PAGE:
aaboutallanand
areasat bebeen
butbycalledcancome
coulddaydiddodown
eachfindfirstforfrom
getgohadhashave
heherhimhishow
Iifinintois
itlikelonglookmade
makemanymaymoremy
nonotnownumberof
oilononeorother
outpartpeoplesaidsee
shesitsosomethan
thatthetheirthemthen
therethesetheythistime
totwoupusewas
waterwaywewerewhat
whenwhichwhowillwith
wordswouldwriteyouyour

Second 100 Fry Words

Both the second and third 100 Fry words are recommended for students in 2nd-3rd grades.

Again, it is helpful to teach the words in conjunction with those that appear frequently in the texts that your students are reading.

afteragainairalsoAmerica
animalanotheransweranyaround
askawaybackbecausebefore
bigboycamechangedifferent
doesendevenfollowform
foundgivegoodgreathand
helpherehomehousejust
kindknowlandlargelearn
letterlinelittleliveman
memeansmenmostmother
movemuchmustnameneed
newoffoldonlyour
overpagepictureplaceplay
pointputreadrightsame
saysentencesetshouldshow
smallsoundspellstillstudy
suchtaketellthingsthink
threethroughtootryturn
usverywantwellwhen
wherewhyworkworldyears

Third 100 Fry Words

Once the 2nd 100 Fry words are mastered, children can move on to the third batch of 100. Again, continue teaching the words in groups of five to ten, and move on as each group is mastered. 

aboveaddalmostalongalways
beganbeginbeingbelowbetween
bookbothcarcarrychildren
cityclosecountrycutdon't
eartheatenougheveryexample
eyesfacefamilyfarfather
feetfewfoodfourgirl
gotgroupgrowhardhead
hearhighideaimportantIndian
it'skeeplastlateleave
leftletlifelightlist
mightmilemissmountainsnear
nevernextnightoftenonce
openonpaperplantreal
riverrunsawschoolsea
secondseemsidesomethingsometimes
songsoonstartstatestop
storytalkthosethoughttogether
tooktreeunderuntilwalk
watchwhilewhitewithoutyoung

Tips for Teaching Fry Words

Help your children master the Fry words quickly and easily by making learning fun and keeping them engaged. Try some of the following activities.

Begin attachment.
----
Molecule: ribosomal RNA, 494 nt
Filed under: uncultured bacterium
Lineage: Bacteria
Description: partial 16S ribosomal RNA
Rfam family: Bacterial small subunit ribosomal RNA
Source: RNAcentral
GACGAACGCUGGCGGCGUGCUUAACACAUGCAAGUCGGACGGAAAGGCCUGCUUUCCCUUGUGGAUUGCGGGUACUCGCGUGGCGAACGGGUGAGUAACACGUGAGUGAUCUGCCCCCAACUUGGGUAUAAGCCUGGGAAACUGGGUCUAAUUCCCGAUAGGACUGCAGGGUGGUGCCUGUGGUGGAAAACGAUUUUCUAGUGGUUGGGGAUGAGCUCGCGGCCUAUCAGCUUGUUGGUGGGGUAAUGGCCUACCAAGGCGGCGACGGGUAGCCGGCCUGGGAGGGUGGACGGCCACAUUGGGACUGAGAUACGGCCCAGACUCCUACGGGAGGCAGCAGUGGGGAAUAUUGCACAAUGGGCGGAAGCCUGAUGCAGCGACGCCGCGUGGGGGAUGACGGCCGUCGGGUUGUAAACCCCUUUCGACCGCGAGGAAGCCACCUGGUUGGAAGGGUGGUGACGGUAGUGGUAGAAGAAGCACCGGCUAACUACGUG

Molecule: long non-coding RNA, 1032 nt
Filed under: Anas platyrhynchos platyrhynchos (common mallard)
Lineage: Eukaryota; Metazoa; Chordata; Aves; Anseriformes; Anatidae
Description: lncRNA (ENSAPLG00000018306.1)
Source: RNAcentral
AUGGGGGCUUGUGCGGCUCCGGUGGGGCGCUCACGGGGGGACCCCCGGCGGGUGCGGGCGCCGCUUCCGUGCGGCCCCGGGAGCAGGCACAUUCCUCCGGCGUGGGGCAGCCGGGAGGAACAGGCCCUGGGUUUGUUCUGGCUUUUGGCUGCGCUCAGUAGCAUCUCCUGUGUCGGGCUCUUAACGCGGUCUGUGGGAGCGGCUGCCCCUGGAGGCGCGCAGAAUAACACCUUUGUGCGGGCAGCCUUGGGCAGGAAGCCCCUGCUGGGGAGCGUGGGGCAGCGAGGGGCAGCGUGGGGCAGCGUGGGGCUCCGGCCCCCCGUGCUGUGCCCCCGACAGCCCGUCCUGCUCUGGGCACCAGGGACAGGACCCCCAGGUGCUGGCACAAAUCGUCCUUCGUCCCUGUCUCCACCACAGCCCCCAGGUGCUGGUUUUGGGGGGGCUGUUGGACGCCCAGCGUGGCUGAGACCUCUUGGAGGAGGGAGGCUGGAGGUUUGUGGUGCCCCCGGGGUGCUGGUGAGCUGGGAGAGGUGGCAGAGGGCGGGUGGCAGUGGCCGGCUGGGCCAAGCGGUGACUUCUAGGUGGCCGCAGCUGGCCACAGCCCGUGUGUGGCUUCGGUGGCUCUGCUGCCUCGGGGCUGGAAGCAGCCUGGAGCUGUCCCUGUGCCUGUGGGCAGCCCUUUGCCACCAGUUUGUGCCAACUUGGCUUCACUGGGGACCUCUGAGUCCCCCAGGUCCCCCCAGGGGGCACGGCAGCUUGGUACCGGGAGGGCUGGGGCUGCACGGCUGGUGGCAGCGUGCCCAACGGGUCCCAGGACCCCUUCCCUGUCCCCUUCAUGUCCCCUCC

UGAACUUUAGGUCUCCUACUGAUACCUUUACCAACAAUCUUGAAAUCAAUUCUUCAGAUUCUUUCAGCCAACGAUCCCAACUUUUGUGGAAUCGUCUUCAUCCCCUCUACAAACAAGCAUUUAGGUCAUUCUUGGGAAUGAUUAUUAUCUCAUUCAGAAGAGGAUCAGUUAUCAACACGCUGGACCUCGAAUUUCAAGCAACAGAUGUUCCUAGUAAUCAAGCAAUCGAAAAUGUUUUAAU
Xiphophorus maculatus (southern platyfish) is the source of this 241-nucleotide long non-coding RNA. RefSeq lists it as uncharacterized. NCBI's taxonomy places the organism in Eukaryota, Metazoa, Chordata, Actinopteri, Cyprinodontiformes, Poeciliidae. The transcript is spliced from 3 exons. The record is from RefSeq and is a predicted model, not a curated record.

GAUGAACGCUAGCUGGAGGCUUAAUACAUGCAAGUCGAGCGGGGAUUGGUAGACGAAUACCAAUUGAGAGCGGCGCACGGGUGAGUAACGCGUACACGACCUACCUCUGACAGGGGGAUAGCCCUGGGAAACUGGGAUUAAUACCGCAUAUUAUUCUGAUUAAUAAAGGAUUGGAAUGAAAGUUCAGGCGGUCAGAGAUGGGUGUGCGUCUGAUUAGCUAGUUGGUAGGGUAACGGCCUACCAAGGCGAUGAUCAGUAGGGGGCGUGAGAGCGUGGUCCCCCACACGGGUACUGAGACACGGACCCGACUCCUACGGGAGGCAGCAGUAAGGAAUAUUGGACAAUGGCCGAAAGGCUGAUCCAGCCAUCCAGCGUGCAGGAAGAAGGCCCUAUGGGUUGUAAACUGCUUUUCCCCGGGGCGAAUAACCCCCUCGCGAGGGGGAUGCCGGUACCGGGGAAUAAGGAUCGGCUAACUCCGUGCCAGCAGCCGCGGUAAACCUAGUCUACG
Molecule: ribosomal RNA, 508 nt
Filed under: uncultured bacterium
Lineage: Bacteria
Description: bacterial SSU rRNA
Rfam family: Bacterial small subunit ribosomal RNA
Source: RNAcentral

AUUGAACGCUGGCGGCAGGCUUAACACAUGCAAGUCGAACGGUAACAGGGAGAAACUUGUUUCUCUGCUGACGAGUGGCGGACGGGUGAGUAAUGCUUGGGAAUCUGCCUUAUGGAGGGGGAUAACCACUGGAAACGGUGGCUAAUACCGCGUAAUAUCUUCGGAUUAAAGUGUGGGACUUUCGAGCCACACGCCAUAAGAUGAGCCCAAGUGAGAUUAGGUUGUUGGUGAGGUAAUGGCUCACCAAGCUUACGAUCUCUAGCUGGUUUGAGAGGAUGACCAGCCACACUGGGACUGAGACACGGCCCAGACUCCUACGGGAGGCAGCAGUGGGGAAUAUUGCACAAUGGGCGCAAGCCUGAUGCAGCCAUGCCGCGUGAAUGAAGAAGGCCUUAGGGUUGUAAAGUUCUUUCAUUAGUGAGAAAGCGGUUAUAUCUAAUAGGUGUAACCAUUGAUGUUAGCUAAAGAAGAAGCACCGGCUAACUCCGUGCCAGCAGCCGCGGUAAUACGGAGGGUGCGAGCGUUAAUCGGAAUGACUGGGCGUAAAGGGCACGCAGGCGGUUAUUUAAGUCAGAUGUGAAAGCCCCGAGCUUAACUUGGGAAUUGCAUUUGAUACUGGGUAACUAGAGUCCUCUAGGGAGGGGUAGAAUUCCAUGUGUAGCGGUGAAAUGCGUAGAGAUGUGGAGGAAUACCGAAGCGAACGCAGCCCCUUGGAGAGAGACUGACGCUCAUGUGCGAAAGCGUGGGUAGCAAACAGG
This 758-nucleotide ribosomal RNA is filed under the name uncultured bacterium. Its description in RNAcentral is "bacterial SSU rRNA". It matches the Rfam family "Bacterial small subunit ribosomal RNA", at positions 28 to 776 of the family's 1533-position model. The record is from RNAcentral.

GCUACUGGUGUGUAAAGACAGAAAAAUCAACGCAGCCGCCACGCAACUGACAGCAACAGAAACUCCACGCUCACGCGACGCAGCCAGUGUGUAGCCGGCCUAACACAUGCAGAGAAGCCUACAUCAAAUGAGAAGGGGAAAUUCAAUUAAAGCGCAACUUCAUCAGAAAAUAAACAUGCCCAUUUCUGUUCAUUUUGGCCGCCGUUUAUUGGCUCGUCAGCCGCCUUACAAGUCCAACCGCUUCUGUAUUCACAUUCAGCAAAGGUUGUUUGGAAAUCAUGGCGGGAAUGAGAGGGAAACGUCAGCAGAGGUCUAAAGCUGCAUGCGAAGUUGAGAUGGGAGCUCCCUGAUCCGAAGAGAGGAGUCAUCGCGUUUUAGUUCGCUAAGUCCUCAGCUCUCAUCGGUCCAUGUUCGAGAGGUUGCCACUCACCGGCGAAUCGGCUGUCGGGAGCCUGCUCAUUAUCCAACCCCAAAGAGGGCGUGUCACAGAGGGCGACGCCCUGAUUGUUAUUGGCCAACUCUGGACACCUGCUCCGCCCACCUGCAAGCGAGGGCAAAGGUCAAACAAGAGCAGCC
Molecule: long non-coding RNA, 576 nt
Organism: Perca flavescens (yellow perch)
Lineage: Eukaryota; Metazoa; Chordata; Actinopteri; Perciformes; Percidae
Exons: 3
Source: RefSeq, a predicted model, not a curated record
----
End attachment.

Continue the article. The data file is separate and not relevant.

Concentration: Make two identical sets of cards for the words your student is learning.

Mix the cards and place them face down one at a time in even rows. Two or more students can play together, taking turns flipping over two cards each turn. They must read aloud the words they turn over. 

If the words match, the student gets to keep that pair and take another turn. If not, play passes to the next student. After all the matches have been made, the child with the most pairs wins.

Go Fish. Again, start with two matching sets of word cards mixed together. Deal three to five cards to each player, depending on how many are in the set. Students take turns calling out one word in their hand and asking one other player if he has the match.

If the student gets a match, he gets another turn. If not, play passes to the next player. After all the word cards have been matched, the student with the most pairs wins. 

Bingo. Create bingo cards with both mastered words and new words placed randomly on the cards. As you call out words, the students should put a marker over the word if they find it on their card. The first student to achieve a bingo with five words in a row, vertically or horizontally, wins the game.